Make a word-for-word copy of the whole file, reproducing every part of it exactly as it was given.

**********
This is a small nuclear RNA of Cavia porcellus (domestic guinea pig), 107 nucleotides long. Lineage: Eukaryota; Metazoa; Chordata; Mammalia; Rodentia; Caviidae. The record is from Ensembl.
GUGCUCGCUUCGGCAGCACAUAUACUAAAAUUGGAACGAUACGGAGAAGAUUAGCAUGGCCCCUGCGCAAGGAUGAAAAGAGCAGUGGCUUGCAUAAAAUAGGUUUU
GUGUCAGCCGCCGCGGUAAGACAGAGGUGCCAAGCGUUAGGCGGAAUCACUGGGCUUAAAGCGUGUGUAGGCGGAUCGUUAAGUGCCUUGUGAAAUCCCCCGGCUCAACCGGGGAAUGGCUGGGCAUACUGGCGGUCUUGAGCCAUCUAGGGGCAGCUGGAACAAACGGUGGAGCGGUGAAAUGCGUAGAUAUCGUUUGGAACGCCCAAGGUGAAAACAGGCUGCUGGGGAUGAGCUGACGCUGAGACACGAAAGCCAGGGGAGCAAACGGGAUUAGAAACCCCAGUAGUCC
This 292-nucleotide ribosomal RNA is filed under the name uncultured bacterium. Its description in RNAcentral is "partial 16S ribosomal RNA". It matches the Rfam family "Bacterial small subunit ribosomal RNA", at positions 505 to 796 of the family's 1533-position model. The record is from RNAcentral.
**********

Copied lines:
This is a small nuclear RNA of Cavia porcellus (domestic guinea pig), 107 nucleotides long. Lineage: Eukaryota; Metazoa; Chordata; Mammalia; Rodentia; Caviidae. The record is from Ensembl.
GUGCUCGCUUCGGCAGCACAUAUACUAAAAUUGGAACGAUACGGAGAAGAUUAGCAUGGCCCCUGCGCAAGGAUGAAAAGAGCAGUGGCUUGCAUAAAAUAGGUUUU
GUGUCAGCCGCCGCGGUAAGACAGAGGUGCCAAGCGUUAGGCGGAAUCACUGGGCUUAAAGCGUGUGUAGGCGGAUCGUUAAGUGCCUUGUGAAAUCCCCCGGCUCAACCGGGGAAUGGCUGGGCAUACUGGCGGUCUUGAGCCAUCUAGGGGCAGCUGGAACAAACGGUGGAGCGGUGAAAUGCGUAGAUAUCGUUUGGAACGCCCAAGGUGAAAACAGGCUGCUGGGGAUGAGCUGACGCUGAGACACGAAAGCCAGGGGAGCAAACGGGAUUAGAAACCCCAGUAGUCC
This 292-nucleotide ribosomal RNA is filed under the name uncultured bacterium. Its description in RNAcentral is "partial 16S ribosomal RNA". It matches the Rfam family "Bacterial small subunit ribosomal RNA", at positions 505 to 796 of the family's 1533-position model. The record is from RNAcentral.